Illegal trade contributes to placing cacti among world’s most threatened species – IUCN Red List
Gland, Switzerland, 5 October 2015 (IUCN) – Thirty-one percent of cactus species are threatened with extinction, according to the first comprehensive, global assessment of the species group by IUCN and partners, published today in the journal Nature Plants. This places cacti among the most threatened taxonomic groups assessed on The IUCN Red List of Threatened Species™ - more threatened than mammals and birds.
Photo: Karol Franks CC BY-NC-ND 2.0
Photo: Jardín Botánico Regional de Cadereyta
Photo: Pablo C. Guerrero
Photo: Dick Culbert CC BY 2.0
Photo: Bárbara Goettsch
Photo: The Ruth Bancroft Garden CC BY-NC 2.0
Photo: Pierre Braun
Photo: Marlon Machado
Photo: Alex Popovkin CC BY 2.0
According to the report, cacti are under increasing pressure from human activity, with more than half of the world’s 1,480 cactus species used by people. The illegal trade of live plants and seeds for the horticultural industry and private collections, as well as their unsustainable harvesting are the main threats to cacti, affecting 47% of threatened species.
“These findings are disturbing,” says Inger Andersen, IUCN Director General. “They confirm that the scale of the illegal wildlife trade – including trade in plants – is much greater than we had previously thought, and that wildlife trafficking concerns many more species than the charismatic rhinos and elephants which tend to receive global attention. We must urgently step up international efforts to tackle the illegal wildlife trade and strengthen the implementation of the CITES Convention on International Trade in Endangered Species, if we want to prevent the further decline of these species.”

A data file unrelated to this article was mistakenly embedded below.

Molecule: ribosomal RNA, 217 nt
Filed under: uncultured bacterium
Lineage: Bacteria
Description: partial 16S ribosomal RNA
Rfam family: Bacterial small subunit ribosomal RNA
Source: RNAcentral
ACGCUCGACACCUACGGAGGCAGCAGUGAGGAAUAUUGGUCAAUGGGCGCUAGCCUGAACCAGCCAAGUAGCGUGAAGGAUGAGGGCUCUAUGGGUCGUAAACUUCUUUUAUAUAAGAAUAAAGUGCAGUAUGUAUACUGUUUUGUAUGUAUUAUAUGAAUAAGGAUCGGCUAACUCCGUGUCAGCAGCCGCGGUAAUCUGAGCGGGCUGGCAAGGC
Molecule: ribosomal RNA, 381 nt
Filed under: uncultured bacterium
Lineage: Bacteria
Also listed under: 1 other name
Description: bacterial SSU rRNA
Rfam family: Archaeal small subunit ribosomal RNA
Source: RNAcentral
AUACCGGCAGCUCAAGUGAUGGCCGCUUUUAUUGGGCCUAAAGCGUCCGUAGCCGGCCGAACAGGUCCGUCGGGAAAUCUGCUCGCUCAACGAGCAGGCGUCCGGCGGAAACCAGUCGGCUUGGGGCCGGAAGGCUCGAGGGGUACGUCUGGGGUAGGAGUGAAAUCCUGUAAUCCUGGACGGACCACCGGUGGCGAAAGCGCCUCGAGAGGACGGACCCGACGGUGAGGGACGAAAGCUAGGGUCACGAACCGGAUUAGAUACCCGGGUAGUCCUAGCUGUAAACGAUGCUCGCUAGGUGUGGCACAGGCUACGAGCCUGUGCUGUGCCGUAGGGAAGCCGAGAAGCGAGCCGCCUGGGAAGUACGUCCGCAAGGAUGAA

Other threats to cacti include smallholder livestock ranching affecting 31% of threatened species, and smallholder annual agriculture affecting 24% of threatened species. Residential and commercial development, quarrying and aquaculture – particularly shrimp farming, which expands into cacti’s habitats – are also among major threats faced by these species.
Cacti are key components of New World arid ecosystems and are critical to the survival of many animal species. They provide a source of food and water for many species including deer, woodrats, rabbits, coyotes, turkeys, quails, lizards and tortoises, all of which help with cactus seed dispersal in return. Cactus flowers provide nectar to hummingbirds and bats, as well as bees, moths and other insects, which, in turn, pollinate the plants.